Prayer is more than just a physical, emotional or intellectual act; it is an inner…
See the world through God’s eyes this year
We are happy to be done with 2020. We are glad this year of too much death, fear, suffering and strife is over. However, replacing our old calendars with new ones will not automatically change things. What changes things is prayer. We may feel we have been praying for months and it has not made much difference. Consider words seen on an outdoor church sign: “Prayer does not change things. Prayer changes us.” That is what we need for 2021 — a kind of prayer that can change us. A kind of prayer that can bring us peace and hope even in the midst of worry. That kind of prayer is contemplation.
Contemplation is a perfect prayer for anyone. When we are too busy, we can carry contemplation with us in our hearts. When we are too bored, contemplation opens our eyes to new and wonderful possibilities for love and action. Contemplation is a prayer of peace for the busy and a prayer of hope for the bored.
The idea of contemplation may sound intimidating. We may think it is a form of prayer reserved for the super holy — those monks and nuns hidden away behind stone walls. Actually, contemplation is a simple and wonderful way for all of us to know God more fully.
What is contemplation
The Catechism of the Catholic Church says there are three forms of prayer. The first form is vocal prayer. This is talking to God. All the prayers that we “say” are vocal prayers. The second form is meditation, which is thinking about God. A popular form of meditation is reflection on Sacred Scripture. The third form is contemplation, which is listening to God. This is, perhaps, the least known way for us to pray simply because, in our relationship with God, we have spent most of our lives doing all the talking.
The “United States Catholic Catechism for Adults” calls contemplation a time of silent listening and love. Like listening to good music, it would be best if we could sit back, close our eyes and simply listen for God to speak into our hearts. This is the purest form of contemplation. However, we live in a busy world. Just as we now carry our music with us wherever we go, we must learn to listen for God’s voice while we are busy doing other things.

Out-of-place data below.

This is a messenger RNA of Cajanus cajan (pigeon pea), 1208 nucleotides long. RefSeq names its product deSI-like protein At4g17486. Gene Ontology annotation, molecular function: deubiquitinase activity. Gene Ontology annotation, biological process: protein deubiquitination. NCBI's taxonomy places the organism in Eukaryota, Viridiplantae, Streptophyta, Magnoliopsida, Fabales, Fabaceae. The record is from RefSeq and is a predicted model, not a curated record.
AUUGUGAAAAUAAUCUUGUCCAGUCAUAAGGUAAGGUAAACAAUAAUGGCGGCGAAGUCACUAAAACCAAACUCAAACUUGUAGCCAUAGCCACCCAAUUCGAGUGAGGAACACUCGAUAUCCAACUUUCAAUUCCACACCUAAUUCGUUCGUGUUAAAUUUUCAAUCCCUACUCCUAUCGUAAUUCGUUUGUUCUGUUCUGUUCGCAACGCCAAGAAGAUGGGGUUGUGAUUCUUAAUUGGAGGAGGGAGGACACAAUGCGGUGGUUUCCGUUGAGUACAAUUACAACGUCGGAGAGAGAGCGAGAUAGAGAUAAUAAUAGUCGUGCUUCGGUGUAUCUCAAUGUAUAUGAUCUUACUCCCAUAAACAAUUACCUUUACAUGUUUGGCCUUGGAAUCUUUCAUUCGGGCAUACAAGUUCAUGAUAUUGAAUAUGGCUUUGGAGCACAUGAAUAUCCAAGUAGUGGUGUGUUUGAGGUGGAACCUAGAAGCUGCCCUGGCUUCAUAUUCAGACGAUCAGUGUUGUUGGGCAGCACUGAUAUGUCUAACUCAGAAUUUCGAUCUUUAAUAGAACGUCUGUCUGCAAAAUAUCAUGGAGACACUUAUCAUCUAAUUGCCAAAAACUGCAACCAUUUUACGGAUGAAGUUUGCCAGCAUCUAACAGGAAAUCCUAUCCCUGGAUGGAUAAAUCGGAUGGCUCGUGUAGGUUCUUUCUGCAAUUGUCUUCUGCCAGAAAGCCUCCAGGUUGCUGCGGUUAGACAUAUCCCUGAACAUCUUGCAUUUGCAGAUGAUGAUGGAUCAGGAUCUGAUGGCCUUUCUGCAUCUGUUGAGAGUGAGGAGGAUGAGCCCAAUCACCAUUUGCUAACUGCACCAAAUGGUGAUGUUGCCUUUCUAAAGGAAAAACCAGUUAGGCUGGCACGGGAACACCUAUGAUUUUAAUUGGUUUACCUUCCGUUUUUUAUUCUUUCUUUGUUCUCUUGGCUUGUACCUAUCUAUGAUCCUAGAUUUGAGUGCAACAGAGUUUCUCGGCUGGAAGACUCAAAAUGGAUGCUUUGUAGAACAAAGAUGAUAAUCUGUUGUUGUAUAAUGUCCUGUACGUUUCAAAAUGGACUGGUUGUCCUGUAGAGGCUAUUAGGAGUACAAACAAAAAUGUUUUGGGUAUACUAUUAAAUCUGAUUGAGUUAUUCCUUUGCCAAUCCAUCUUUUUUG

We do not need to close ourselves off in a windowless room to come to know God better. St. Teresa of Avila, who wrote the spiritual classic “The Interior Castle,” stressed, “God wants you to worship him through an active life.” The Catechism of the Catholic Church says we all should be “dedicated to contemplation” (No. 771). And in Laudato Si’, Pope Francis told us to ask God to, “Teach us to discover the worth of each thing, to be filled with awe and contemplation” (No. 246).
The disciples on the road to Emmaus give us a great example of what contemplation looks like. It is simply letting Jesus draw near and walk with us. It is letting him teach us. It is inviting him to stay with us. When we do this, he will open our eyes and we will begin to know who he is and where he is in every situation. He will show us things are not as bad as we fear.
Genesis tells us when God created our world, he paused often to look at what he had done and to see that it was good. Contemplation is that simple. It is learning to look at each new day and see that it is good. It is learning to see hope and peace where we are tempted to see turmoil and despair.
A simple strategy
Since our God is mostly a silent God, it can be difficult to hear him, especially in our noisy world. But we can strive to see as he sees. Our world has long forgotten what paradise looked like. But God remembers. Our own prejudices, media, past life events and a myriad of other influences have taught us to see the world in a very flawed way. We have to learn to look with God’s eyes. This is the beautiful gift of contemplation.
It has been said that we humans look at the tangled and knotted back of the tapestry, while God sees the stunning picture on the front. A great New Year’s resolution would be to ask ourselves on a very regular basis, “How is God seeing this moment?” We may begin to discover that, “God does not see as a mortal, who sees the appearance. The Lord looks into the heart” (1 Sm 16:7).
Seeing with God’s eyes connects us with the Father, Son and Holy Spirit. Scripture reading is most helpful. In the Old Testament we see how God our Father looked at the world. Through the Gospels we see exactly how Jesus looked at our world. And with the gifts of awe, wisdom, piety and understanding from the Holy Spirit, we truly are inspired to see in new ways.
It takes humility to ask God what he sees in any situation rather than believing in our own impressions. Then it takes empathy and compassion to feel what others feel. Finally, it takes mercy and love to act upon what we are seeing. That is why seeing as God sees can be called the way of the saints.
The way of the saints